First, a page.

• Danielle G.

Episode 59 │ Fill in the Gaps (GERMANY/TURKEY/HOLLAND)

photo courtesy of Camille Kauer

"Even though I'm an American citizen, I kind of identify more with an immigrant lifestyle in a way, because I had to learn how to be American as opposed to just being raised here." (Camille, Episode 59)


Sometimes Facebook groups do come in handy! I've mentioned quite a few times that I found a number of this year's guests through posting in a WOC Podcasters collaboration thread back in January. Today's guest Camille Kauer is the last of those people who responded to that particular inquiry. Camille is an actor, model, and on-air personality who grew up in a military family and spent much of her childhood overseas. She was born in the U.S., and when she was a baby her family moved to Germany when her high-ranking military dad was stationed there. She and her parents continued on to Turkey and then to Holland (the Netherlands) before landing in North Carolina when Camille was around 13 years old.


When Camille first contacted me she mentioned having attended 26 different schools before graduating high school, but most of that was after returning to the States. Overseas, she attended German kindergarten and then an American school while in Germany, then an American school and a Turkish weekend school while in Turkey, and then only one school while in Holland. Camille and her parents stayed in each of the places they lived for a number of years at a time, with the longest being their three-year stay in Turkey. During our conversation she recalled living in a high-rise ("the fanciest my life has ever been"), interacting with neighbors who ranged from entertainers to footballers to military attachés, and spending precious moments with her mom and the Turkish nanny who helped raise her. Camille and her former nanny are still in touch to this day, and they have a very close aunt-and-niece relationship.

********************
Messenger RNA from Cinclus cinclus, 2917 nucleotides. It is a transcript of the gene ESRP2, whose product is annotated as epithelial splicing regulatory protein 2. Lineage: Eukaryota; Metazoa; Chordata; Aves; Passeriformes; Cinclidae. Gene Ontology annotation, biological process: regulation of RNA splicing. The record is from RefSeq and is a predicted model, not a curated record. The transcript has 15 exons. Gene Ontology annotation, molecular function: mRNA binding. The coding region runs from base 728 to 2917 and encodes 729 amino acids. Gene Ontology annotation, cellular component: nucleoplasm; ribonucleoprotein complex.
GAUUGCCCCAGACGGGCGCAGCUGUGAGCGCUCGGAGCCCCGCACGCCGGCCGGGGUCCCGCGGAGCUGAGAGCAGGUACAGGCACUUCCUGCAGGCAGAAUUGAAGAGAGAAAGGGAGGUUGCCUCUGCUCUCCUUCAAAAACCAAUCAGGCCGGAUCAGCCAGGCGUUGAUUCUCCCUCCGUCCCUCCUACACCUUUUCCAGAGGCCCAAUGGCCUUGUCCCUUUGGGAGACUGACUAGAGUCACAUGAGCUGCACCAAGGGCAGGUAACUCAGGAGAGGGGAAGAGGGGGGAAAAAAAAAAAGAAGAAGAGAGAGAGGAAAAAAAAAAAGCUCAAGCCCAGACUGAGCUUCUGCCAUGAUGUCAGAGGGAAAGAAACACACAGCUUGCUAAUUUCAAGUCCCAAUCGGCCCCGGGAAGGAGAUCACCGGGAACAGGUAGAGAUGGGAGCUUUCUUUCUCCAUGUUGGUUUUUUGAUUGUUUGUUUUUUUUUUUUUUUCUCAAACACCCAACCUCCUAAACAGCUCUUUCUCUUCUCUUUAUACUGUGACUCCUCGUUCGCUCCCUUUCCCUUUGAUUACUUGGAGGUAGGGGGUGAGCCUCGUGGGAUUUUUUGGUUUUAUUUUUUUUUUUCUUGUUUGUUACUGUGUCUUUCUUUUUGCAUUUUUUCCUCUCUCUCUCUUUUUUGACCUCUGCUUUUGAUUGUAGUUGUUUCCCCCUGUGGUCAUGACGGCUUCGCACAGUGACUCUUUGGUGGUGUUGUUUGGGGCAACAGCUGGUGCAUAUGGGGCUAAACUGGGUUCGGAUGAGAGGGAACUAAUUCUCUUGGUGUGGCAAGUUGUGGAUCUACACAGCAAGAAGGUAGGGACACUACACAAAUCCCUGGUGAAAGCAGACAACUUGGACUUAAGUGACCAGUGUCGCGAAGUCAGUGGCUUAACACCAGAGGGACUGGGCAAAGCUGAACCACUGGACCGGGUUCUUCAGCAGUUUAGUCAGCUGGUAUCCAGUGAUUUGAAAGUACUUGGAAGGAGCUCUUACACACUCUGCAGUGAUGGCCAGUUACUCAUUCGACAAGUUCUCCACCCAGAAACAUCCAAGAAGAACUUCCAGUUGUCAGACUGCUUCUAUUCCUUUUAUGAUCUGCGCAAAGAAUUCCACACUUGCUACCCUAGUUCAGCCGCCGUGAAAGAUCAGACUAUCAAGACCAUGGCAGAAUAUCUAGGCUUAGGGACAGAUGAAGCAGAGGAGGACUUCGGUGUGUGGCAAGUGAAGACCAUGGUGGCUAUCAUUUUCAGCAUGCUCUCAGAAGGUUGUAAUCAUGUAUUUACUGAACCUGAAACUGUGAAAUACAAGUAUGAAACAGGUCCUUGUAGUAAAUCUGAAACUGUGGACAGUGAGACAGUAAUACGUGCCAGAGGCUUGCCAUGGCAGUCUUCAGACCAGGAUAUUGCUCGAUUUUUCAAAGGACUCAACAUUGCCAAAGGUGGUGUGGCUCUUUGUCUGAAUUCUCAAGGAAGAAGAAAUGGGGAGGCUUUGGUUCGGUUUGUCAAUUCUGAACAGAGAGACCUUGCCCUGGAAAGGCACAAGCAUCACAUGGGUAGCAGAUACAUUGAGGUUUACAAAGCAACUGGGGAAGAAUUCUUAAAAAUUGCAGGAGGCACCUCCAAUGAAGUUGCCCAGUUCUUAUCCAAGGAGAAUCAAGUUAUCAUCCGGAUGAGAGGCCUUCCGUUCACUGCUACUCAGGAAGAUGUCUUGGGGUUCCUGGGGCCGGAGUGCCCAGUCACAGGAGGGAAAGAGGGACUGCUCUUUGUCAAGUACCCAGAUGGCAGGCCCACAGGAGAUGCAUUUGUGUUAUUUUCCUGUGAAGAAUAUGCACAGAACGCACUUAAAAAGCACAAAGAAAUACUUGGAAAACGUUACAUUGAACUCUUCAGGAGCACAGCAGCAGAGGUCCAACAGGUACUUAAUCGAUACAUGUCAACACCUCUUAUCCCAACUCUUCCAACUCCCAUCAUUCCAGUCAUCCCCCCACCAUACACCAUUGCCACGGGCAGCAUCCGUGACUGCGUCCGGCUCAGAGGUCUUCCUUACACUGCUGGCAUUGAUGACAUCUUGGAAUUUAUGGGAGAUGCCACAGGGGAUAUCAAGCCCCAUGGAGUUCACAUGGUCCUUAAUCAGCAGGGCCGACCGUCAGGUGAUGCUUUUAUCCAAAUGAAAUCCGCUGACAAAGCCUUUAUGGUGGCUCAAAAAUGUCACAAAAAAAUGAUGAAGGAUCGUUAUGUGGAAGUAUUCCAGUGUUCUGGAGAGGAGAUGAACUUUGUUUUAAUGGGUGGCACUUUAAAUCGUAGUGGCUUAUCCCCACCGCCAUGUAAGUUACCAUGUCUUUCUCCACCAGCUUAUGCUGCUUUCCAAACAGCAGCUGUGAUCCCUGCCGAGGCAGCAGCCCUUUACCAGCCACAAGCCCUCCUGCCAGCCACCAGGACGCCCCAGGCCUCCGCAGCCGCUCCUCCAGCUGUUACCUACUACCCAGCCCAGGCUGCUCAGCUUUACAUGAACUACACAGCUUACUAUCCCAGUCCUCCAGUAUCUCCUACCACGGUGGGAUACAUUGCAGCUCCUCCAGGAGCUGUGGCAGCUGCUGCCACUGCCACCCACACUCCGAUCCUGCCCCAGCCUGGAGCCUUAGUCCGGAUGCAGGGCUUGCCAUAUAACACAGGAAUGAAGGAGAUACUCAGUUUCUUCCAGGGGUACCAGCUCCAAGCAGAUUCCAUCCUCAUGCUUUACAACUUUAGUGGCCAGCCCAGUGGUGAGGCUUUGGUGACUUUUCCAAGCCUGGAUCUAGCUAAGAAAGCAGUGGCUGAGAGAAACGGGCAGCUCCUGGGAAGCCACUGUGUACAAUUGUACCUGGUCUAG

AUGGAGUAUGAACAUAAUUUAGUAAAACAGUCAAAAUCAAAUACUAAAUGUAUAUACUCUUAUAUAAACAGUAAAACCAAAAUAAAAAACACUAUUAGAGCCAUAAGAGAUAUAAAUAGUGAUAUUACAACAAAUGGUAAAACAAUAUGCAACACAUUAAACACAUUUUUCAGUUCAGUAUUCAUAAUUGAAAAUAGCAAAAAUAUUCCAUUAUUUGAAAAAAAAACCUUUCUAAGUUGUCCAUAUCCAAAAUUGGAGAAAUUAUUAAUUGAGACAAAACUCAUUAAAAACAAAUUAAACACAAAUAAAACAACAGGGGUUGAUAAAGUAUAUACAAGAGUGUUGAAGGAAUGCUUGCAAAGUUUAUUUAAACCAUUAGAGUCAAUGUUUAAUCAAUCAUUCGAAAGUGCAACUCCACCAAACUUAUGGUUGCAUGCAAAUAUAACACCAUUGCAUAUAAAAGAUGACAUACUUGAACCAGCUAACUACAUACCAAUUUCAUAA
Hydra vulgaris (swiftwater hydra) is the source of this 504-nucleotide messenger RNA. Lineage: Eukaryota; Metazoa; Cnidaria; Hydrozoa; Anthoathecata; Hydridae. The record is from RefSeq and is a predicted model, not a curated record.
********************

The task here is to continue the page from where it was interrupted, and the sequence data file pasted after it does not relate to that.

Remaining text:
Moving around so much and being the child of a military officer taught Camille how to adapt. The Berlin Wall was still standing at the time, she and her family were surrounded by Turkish military upon moving there because they were breaking curfew and didn't know it, and she and her parents (especially her dad) had to hide their military status while in the general public for security reasons. Even amidst potential dangers, Camille took in stride because she'd been prepared, or didn't internalize it too much because she was so young. Part of adapting also included learning the local languages, and so she eventually became quadrilingual, speaking English, German, Turkish, and Dutch. Unfortunately, that multilingualism faded after Camille's family moved back to the States.


Adjusting to American life and culture was full of challenges for Camille. "Culture shock" was an understatement, especially since what Camille knew about America was limited to film and TV depictions and occasional trips to visit family. Outside of the protection of her dad's authority and the diverse spaces she was used to in Europe, in North Carolina she became aware of racism and segregation for the first time. She was enrolled in ESL (English as a second language) for a while because her Dutch/German accent was so strong, and her xenophobic ESL teacher planted the idea in Camille's head that being American meant only speaking English. That—in addition to being bullied by classmates for the way she talked and her perceived foreignness—had Camille refusing to speak other languages and begging her parents to get her a speech pathologist. So her proficiency in the languages she learned as a child has waned, but she can still understand some words an phrases here and there.